Books read in September and October
Hey guys, so we’re doing things a little differently today. You may remember that I took an unexpected blog hiatus when my almost-five-year-old laptop’s hard drive failed. Last when I posted my laptop was still in for repairs and I didn’t know how much data I was going to lose. The good news is that I didn’t lose a single file. The technician firmly impressed on me how lucky I had been and how close I’d come to losing nearly everything I created in four years. Especially since I didn’t have any full backups.
Now my laptop has a shiny new hard drive and I am aware of how easily a digital lifestyle could end if one piece of hardware fails.
So what does all of this have to do with doing things a little differently today? The first difference is the most obvious – I’m doing two months’ books in one as I wasn’t able to post September’s review in its proper slot. The second difference you’ll see below.
Lords and Ladies by Terry Pratchett
Lords and Ladies is the 14th Discworld novel and, in my opinion, one of the strongest of Pratchett’s early work (written in the early 90s).
It features lots and lots of elves, and these are not the modern idea of elves. They are not even Tolkien’s brutal elves who have the power to destroy a whole world. These elves are straight out of the old folktales and wouldn’t look out-of-place in the Mabinogion.
Pratchett’s elves could and would destroy a whole world just for fun. They like fear and laugh in the face of people’s pain. They get inside your mind. They taunt and play with you like a cat plays with a cornered mouse. With an enemy so seemingly without weakness how do you even face them?
Yeah, it’s really good.
And here comes the second difference. I’m not going to do individual reviews for the whole bunch of murder mysteries I read. Hey, a girl has to do something with the eleven very long evenings that passed while her laptop was in for repairs. So I attacked my mother’s Agatha Christie collection. I read nine books in 11 days and seven of those were Agatha Christie murder mysteries.
In this interest of full information, those books were the boarding school story Cat Among the Pigeons, the classic The Moving Finger, the collection of short stories The Adventure of the Christmas Pudding, the spy-story N or M?, the other classic A Murder is Announced, the crime syndicate plot At Bertram’s Hotel, and one of my personal favourites 4.50 from Paddington.
This overdose of Christie made me notice something rather interesting – the world painted by these novels is strangely familiar.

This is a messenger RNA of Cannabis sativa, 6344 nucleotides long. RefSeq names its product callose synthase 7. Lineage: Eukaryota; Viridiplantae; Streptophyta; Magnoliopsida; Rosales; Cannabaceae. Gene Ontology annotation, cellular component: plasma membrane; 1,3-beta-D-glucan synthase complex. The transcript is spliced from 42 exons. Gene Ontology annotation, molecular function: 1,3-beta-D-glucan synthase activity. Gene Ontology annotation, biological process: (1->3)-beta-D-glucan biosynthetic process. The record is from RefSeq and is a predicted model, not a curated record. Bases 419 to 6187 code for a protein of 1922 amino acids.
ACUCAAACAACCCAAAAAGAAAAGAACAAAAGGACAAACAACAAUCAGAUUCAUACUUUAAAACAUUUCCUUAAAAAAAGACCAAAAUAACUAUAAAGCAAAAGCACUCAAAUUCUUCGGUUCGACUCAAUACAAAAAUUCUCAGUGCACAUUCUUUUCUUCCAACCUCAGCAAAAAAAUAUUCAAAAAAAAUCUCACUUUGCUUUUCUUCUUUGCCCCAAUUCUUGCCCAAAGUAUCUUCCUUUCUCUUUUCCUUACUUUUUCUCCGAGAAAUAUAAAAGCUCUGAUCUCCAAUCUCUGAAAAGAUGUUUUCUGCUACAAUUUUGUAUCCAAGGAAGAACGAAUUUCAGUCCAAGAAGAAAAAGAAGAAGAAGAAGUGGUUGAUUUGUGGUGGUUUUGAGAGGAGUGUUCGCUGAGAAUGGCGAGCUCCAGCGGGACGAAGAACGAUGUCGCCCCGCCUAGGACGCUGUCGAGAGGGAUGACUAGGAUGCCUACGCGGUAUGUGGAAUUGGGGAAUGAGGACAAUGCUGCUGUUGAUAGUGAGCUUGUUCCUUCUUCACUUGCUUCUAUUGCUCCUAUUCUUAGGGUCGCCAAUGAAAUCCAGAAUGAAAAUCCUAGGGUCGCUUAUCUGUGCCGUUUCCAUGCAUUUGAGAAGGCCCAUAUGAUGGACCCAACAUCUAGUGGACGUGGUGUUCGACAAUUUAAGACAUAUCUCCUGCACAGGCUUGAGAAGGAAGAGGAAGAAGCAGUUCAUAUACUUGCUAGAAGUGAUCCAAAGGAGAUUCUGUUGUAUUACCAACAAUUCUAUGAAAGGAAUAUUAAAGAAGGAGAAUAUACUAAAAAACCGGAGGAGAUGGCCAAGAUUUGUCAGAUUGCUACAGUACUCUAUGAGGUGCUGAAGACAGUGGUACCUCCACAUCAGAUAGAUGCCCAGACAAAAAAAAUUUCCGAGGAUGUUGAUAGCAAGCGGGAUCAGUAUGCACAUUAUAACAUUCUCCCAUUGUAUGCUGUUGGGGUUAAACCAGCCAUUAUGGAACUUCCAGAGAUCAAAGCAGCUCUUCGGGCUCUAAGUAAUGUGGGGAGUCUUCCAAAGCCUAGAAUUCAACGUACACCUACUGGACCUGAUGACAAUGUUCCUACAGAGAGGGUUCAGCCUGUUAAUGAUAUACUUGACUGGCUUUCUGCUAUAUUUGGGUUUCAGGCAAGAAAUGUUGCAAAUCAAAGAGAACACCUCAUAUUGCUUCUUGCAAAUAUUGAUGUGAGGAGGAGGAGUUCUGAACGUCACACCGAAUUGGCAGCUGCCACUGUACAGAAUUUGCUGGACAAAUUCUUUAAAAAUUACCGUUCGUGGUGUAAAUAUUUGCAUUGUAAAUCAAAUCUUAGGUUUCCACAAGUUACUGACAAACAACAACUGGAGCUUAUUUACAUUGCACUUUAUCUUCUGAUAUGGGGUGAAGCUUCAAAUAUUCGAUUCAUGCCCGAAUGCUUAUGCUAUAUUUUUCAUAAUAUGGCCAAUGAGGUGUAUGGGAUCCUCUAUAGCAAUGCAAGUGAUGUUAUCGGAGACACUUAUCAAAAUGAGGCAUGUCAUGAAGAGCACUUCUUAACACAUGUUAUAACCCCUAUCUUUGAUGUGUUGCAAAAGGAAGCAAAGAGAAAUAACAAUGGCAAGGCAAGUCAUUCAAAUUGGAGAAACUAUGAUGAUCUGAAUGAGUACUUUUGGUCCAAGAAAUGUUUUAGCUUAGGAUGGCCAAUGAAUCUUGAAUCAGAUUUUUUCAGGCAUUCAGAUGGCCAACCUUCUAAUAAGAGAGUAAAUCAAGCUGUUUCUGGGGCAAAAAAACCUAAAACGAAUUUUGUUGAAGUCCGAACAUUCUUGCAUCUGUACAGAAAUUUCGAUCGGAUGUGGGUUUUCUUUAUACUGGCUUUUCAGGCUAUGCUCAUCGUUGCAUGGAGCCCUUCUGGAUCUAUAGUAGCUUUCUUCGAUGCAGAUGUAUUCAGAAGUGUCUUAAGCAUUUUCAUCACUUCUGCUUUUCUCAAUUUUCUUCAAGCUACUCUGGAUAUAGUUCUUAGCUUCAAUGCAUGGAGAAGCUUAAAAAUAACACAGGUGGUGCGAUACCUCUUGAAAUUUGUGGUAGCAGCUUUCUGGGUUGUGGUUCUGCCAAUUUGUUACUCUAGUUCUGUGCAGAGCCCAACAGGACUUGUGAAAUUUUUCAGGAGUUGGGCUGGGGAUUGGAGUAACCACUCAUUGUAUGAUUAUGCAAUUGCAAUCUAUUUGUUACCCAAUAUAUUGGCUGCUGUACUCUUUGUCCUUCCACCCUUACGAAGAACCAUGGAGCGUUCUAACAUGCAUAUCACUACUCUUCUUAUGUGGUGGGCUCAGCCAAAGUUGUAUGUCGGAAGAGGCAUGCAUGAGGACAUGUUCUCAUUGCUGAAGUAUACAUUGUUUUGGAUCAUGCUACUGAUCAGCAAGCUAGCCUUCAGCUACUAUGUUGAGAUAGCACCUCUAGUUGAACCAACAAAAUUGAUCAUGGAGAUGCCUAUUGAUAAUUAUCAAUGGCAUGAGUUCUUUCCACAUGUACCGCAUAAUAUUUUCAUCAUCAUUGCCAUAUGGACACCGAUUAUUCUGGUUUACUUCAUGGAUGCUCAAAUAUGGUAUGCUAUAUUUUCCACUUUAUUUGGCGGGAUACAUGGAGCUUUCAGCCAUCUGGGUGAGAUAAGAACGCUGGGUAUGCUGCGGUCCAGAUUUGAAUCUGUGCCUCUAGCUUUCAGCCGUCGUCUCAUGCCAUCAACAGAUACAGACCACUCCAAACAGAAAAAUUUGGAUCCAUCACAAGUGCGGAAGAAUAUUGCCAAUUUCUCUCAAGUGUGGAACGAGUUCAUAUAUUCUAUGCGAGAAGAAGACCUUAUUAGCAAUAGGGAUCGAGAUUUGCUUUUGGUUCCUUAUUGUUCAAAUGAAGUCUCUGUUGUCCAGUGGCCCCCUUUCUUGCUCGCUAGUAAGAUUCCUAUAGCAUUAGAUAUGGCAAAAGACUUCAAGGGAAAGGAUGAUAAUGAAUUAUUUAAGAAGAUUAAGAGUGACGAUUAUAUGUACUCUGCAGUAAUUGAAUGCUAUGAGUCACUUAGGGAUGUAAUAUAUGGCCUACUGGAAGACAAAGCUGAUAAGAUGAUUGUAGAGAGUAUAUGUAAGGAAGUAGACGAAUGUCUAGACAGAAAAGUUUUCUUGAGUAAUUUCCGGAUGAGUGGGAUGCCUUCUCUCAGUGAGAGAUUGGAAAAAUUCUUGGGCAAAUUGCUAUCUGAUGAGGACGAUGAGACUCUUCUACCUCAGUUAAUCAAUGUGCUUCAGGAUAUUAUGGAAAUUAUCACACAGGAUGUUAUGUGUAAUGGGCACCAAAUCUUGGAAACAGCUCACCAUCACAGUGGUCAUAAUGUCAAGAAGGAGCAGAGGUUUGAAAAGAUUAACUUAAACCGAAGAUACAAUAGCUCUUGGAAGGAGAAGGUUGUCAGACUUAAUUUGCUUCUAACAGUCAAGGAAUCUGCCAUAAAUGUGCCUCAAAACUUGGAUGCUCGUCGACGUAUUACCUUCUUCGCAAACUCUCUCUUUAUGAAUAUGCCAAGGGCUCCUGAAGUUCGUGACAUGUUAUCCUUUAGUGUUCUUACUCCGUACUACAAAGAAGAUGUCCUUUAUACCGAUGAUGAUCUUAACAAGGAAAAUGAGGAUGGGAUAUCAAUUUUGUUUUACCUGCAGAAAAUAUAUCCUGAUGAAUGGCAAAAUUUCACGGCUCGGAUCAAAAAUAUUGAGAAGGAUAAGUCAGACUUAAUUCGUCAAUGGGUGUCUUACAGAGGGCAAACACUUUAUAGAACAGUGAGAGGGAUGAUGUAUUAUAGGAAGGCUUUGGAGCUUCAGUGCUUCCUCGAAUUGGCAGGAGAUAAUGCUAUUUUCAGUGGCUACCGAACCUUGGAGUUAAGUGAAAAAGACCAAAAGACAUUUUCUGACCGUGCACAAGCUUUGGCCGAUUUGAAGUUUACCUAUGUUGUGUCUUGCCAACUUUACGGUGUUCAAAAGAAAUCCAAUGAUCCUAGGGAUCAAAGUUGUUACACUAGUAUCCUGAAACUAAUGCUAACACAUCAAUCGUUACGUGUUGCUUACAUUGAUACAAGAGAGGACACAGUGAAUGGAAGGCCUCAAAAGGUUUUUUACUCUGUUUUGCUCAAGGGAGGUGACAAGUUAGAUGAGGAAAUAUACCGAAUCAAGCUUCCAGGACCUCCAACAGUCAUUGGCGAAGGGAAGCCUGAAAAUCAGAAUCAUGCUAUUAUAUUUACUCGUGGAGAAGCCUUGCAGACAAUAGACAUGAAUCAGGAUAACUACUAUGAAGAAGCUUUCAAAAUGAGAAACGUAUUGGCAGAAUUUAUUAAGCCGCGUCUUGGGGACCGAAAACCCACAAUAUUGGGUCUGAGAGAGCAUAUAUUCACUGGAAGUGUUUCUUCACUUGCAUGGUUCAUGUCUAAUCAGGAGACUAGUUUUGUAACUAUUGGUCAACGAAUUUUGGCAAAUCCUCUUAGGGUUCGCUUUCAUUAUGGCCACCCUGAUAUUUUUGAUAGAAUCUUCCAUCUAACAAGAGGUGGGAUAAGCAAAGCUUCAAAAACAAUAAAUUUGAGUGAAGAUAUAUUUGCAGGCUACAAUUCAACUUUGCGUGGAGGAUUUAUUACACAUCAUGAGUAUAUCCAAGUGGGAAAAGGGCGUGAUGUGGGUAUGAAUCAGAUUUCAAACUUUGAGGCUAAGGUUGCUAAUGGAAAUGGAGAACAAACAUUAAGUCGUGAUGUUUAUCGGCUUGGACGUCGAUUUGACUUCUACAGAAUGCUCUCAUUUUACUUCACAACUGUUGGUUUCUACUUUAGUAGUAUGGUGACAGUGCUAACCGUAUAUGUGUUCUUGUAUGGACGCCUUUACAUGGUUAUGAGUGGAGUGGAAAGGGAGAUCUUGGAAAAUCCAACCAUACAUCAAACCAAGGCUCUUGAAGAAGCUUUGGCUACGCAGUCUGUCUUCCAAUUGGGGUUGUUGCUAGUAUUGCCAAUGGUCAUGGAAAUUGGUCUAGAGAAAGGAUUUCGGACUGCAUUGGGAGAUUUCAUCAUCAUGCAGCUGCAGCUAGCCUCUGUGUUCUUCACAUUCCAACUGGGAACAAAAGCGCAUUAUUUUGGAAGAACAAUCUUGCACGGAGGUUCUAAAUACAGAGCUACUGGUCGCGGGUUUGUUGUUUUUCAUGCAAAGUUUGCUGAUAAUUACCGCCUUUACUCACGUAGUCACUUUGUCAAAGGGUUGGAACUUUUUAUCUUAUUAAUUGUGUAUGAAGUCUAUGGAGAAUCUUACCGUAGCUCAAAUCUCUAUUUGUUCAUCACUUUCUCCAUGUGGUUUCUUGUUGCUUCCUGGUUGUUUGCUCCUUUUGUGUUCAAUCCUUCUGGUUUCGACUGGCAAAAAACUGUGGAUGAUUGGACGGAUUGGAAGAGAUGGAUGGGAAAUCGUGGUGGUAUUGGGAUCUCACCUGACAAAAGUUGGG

Most of these books are set during World War II, and one or two of them are even set during the war. Of course, that was seventy years ago and the world has changed so much since then that it is almost unrecognisable.
And yet, the most surprising thing to me is how much it has remained the same. The things that Christie’s characters talk and complain about are shockingly familiar.
There is, of course, the constant complaints about the rising costs of everything, including medical care. Inflation is a massive pain and people could not make ends meet. Sound familiar? Obviously it does, but it also sounded familiar to the people of 70 years ago.
Then there are the complaints about national health care schemes. They cost a lot of money and not everyone wants to pay up for other people’s doctor visits. Not much has changed, huh?
I couldn’t make this list without mentioning the disparaging way that Christie’s older characters talk about young people, calling them lazy, worthless and directionless, usually while sighing and asking what the world is coming to. Well, I’ve been called all those names before by… guess who? People who were young during and after WWII. All of that sighing and despair seem not to have led to much.
But, lastly, the plot device that filled me with the most dark amusement was the issue of refugees. Hardly a chapter went by in some of these books with some English person bitterly complaining about all of the refugees entering their country. There are discussions about whether these refugees are criminals (of course they are the prime suspects in every one of the murders that take place, almost always unjustly). There are discussions about how these refugees are sponging off English government funds and there are discussions about how there is no space to accommodate said “jumped up, ungrateful” refugees.
How this amused me because, of course, all of the refugees in England 70 years ago were Germans who fled from the Nazi regime in their own country. Oh, how the wheel has turned. What can I say… I like finding my humour in dark situations.
I felt rather like I was doing an intense study of the world as it has been. People haven’t changed all that much.
PS. Of course, the third different thing about this post is that it is a week early. This is because NaNoWriMo starts next week and I will be doing my usual writing update posts for November, like I have done every year since I started this blog. If I finish any other books during the last few days of October they will just have to go into November’s “read-in” post.